The mistralai/Mixtral-8x7B-Instruct-v0.1 is a conversational chat model meaning we can chat with it using the following prompt:

<s> [INST] User Instruction 1 [/INST] Model answer 1</s> [INST] User instruction 2 [/INST]

Lets see, if Mixtral can come up with some cool ideas for the summer.

from transformers import AutoTokenizer
tok = AutoTokenizer.from_pretrained("ybelkada/Mixtral-8x7B-Instruct-v0.1-AWQ")
# Prompt to generate
messages = [
    { "role": "user", "content": "How can i make a good american cheese cake? Explain it step-by-step and include time estimates." },
# Generation arguments
payload = {
    "do_sample": True,
    "top_p": 0.6,
    "temperature": 0.9,
    "top_k": 50,
    "max_new_tokens": 1024,
    "repetition_penalty": 1.03,
    "return_full_text": False,
    "stop": ["</s>"]

Okay lets test it.

chat = llm.predict({
  "inputs":tok.apply_chat_template(messages,tokenize=False,add_generation_prompt=True), # convert messages to model input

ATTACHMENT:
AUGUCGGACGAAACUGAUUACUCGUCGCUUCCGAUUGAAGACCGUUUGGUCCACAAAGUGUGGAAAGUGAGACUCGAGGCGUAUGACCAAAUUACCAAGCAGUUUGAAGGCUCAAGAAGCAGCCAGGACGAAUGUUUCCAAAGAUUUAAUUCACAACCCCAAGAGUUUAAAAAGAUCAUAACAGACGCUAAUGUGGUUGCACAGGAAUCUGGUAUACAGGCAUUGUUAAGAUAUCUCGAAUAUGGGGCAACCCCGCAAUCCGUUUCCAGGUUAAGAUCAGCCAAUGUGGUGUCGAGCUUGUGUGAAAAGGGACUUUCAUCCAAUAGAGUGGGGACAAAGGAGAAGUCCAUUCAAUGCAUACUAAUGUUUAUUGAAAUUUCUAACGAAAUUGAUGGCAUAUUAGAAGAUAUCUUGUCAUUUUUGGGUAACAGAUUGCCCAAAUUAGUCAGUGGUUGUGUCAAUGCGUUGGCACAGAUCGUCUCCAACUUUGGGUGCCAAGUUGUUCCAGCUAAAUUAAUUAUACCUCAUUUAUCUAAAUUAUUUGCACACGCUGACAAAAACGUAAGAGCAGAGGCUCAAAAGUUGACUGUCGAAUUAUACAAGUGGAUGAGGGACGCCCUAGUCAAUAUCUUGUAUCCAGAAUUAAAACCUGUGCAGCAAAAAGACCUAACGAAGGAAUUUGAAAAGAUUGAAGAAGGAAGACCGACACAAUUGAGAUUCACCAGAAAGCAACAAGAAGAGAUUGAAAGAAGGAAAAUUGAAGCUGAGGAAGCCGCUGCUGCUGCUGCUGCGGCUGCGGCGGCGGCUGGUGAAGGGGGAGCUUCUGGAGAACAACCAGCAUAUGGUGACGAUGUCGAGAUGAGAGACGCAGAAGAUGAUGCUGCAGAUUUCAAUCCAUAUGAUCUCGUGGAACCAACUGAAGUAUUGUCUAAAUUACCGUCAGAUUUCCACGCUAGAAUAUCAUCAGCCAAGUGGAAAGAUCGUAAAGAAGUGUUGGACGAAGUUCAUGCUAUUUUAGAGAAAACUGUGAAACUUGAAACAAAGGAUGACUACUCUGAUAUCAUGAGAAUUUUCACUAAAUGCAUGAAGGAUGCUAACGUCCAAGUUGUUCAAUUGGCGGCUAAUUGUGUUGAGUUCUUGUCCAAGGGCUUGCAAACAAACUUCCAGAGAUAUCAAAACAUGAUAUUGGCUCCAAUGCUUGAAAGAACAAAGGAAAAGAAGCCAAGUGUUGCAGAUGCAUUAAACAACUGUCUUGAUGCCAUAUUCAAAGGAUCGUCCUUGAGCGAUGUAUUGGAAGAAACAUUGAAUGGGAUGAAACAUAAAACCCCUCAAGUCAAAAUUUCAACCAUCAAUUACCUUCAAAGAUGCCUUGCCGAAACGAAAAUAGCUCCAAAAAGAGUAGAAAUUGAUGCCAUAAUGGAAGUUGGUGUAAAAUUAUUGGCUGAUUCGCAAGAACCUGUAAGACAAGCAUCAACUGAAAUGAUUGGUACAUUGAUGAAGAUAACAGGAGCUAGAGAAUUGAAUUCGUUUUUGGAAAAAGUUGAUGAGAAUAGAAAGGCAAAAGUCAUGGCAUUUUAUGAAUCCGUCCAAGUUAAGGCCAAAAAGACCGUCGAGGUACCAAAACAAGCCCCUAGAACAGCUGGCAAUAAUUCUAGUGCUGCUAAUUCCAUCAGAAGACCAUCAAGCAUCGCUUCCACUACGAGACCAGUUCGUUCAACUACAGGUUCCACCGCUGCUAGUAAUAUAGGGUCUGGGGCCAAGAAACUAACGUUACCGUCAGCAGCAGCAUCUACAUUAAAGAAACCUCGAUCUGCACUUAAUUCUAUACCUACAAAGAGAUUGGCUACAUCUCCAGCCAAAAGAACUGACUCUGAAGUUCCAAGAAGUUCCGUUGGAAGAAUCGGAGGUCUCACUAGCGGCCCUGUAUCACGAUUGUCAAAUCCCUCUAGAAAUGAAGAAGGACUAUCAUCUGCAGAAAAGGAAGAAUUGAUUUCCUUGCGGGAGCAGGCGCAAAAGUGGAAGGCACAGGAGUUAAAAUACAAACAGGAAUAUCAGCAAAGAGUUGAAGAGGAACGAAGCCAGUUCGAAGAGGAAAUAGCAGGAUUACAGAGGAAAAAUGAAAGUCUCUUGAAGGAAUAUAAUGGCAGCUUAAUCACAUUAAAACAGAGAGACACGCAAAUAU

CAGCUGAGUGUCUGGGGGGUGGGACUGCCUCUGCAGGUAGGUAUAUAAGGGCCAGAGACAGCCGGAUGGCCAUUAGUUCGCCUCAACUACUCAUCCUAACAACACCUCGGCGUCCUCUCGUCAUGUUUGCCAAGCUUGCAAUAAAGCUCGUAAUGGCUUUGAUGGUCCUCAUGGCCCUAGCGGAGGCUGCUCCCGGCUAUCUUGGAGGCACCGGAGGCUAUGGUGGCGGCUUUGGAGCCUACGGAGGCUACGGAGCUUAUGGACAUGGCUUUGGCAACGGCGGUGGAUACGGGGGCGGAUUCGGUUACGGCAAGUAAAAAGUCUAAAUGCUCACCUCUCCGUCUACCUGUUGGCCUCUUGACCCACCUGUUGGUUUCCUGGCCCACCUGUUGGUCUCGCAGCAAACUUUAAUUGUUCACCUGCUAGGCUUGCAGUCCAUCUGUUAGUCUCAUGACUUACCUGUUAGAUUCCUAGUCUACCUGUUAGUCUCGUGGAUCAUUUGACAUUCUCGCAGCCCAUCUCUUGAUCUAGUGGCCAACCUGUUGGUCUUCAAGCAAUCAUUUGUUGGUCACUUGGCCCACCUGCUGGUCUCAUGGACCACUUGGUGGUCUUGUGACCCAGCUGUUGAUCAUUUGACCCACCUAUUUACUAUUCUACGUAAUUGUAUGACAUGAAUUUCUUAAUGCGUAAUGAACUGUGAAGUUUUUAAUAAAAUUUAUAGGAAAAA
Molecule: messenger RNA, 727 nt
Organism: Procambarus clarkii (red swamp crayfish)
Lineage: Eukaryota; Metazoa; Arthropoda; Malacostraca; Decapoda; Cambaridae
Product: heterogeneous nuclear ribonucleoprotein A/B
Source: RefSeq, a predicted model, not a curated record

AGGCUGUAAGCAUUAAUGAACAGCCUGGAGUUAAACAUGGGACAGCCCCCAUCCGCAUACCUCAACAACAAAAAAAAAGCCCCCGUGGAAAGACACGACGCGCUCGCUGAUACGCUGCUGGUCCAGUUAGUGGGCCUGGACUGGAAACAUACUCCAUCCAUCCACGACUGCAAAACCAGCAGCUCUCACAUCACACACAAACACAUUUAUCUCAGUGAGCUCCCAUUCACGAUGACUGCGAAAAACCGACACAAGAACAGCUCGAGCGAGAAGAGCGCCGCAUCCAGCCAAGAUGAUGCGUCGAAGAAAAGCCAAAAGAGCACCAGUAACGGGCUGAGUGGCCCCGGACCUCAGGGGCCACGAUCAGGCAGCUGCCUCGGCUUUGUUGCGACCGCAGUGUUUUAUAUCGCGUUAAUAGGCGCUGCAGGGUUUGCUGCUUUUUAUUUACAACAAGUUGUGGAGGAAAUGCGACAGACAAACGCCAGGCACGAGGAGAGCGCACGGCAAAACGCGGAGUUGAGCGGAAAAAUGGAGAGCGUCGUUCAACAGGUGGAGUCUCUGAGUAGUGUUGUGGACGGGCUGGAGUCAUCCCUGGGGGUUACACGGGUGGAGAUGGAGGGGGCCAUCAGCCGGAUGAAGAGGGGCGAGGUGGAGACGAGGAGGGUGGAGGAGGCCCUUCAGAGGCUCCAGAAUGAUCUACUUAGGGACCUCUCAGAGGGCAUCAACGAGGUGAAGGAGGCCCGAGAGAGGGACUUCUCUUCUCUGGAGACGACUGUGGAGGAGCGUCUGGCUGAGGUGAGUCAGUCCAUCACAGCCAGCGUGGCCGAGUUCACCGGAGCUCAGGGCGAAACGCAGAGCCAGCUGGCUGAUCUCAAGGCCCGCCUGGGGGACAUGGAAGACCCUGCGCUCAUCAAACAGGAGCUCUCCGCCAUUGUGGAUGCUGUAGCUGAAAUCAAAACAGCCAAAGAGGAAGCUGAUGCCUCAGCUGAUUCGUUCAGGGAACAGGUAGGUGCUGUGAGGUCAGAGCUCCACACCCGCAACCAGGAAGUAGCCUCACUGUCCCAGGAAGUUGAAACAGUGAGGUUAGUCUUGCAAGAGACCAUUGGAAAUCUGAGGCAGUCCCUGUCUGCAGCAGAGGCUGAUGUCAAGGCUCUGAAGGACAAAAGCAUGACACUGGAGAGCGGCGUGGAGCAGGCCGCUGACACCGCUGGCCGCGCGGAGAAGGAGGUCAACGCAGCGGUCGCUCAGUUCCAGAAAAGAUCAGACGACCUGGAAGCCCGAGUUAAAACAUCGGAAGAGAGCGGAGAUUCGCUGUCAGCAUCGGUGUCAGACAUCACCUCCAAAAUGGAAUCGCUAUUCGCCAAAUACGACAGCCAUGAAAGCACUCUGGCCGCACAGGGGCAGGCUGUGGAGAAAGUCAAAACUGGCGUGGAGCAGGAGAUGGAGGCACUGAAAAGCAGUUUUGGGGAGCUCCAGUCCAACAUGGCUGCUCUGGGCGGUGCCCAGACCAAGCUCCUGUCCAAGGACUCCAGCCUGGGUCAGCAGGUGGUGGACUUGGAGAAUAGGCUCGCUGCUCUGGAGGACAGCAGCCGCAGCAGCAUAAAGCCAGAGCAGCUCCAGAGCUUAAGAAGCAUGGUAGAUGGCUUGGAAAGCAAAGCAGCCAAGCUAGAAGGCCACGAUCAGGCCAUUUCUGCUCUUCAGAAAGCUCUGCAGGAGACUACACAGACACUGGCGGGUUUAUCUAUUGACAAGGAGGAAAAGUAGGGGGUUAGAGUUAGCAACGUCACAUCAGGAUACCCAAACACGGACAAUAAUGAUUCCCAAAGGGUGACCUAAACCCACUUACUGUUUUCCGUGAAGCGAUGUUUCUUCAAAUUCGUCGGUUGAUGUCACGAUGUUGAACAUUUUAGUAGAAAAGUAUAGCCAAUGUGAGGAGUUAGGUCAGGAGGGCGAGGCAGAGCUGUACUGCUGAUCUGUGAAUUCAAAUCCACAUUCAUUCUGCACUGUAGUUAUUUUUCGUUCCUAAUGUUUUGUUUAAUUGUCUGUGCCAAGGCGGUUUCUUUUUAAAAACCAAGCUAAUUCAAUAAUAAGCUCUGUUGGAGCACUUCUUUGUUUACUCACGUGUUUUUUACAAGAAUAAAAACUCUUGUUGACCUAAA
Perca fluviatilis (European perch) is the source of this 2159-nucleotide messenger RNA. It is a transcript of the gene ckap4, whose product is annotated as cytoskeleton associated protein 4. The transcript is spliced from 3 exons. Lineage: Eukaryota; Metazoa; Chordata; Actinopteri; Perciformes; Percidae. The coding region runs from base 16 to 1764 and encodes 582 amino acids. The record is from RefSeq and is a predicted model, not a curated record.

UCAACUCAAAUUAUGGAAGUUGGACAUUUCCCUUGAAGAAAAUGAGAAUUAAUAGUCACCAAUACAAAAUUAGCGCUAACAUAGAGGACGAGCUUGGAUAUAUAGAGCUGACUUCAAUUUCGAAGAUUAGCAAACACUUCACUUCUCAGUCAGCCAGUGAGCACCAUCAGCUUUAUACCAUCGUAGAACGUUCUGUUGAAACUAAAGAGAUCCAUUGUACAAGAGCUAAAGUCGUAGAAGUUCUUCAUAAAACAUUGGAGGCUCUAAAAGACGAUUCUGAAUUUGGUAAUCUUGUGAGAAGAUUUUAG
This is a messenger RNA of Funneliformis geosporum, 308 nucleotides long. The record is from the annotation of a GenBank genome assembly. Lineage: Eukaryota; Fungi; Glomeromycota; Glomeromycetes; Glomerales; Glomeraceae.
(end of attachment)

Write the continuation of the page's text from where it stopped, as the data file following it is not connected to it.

Awesome, We have successfully deployed Mixtral 8x7B to Amazon SageMaker with Medusa and AWQ on a g5.12xlarge instance. Thats not possible with the regular Mixtral 8x7B model. If we now look up the latency of the model on Cloudwatch we can see that we have a latency of ~50-60ms per token.

6. Clean up

To clean up, we can delete the model and endpoint.



Leveraging Medusa and AWQ allowed us to deploy Mixtral-8x7B on a g5.12xlarge, reducing costs by ~3x (from g5.48xlarge) and improving latency to 50-60ms per token. This is a great example of how you can go beyond the standard deployment of Hugging Face models on Amazon SageMaker and leverage the power of the Hugging Face LLM DLC to accelerate inference and reduce costs.

Thanks for reading! If you have any questions, feel free to contact me on Twitter or LinkedIn.